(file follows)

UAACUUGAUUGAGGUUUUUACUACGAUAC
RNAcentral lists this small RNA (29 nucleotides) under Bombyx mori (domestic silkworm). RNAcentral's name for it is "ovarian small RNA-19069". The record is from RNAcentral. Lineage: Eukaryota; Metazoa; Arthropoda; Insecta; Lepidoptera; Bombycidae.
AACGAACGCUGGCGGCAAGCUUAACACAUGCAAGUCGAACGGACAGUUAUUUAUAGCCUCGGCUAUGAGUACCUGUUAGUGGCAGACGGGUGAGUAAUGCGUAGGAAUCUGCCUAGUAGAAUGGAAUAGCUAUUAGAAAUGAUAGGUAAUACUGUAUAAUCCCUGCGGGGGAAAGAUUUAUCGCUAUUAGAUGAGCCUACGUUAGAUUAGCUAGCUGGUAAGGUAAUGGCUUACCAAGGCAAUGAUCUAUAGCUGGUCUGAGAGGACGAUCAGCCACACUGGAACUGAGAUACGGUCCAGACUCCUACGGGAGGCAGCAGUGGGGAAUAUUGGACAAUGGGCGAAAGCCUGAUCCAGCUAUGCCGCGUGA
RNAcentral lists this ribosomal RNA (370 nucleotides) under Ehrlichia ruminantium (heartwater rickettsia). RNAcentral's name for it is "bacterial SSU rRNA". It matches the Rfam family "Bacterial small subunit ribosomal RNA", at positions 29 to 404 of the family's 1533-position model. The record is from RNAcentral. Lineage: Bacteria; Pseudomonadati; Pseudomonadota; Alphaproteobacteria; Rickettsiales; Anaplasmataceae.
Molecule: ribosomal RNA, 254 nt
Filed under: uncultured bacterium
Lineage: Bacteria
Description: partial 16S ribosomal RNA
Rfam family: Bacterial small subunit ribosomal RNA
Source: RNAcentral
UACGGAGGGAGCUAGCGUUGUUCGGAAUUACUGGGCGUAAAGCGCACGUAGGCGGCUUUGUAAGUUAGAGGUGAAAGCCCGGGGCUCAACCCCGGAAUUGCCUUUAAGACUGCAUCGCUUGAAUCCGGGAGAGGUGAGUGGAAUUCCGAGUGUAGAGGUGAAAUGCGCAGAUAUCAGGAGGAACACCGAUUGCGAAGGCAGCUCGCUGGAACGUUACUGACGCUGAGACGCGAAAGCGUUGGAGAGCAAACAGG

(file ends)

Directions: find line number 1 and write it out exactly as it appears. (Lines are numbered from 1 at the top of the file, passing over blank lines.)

UAACUUGAUUGAGGUUUUUACUACGAUAC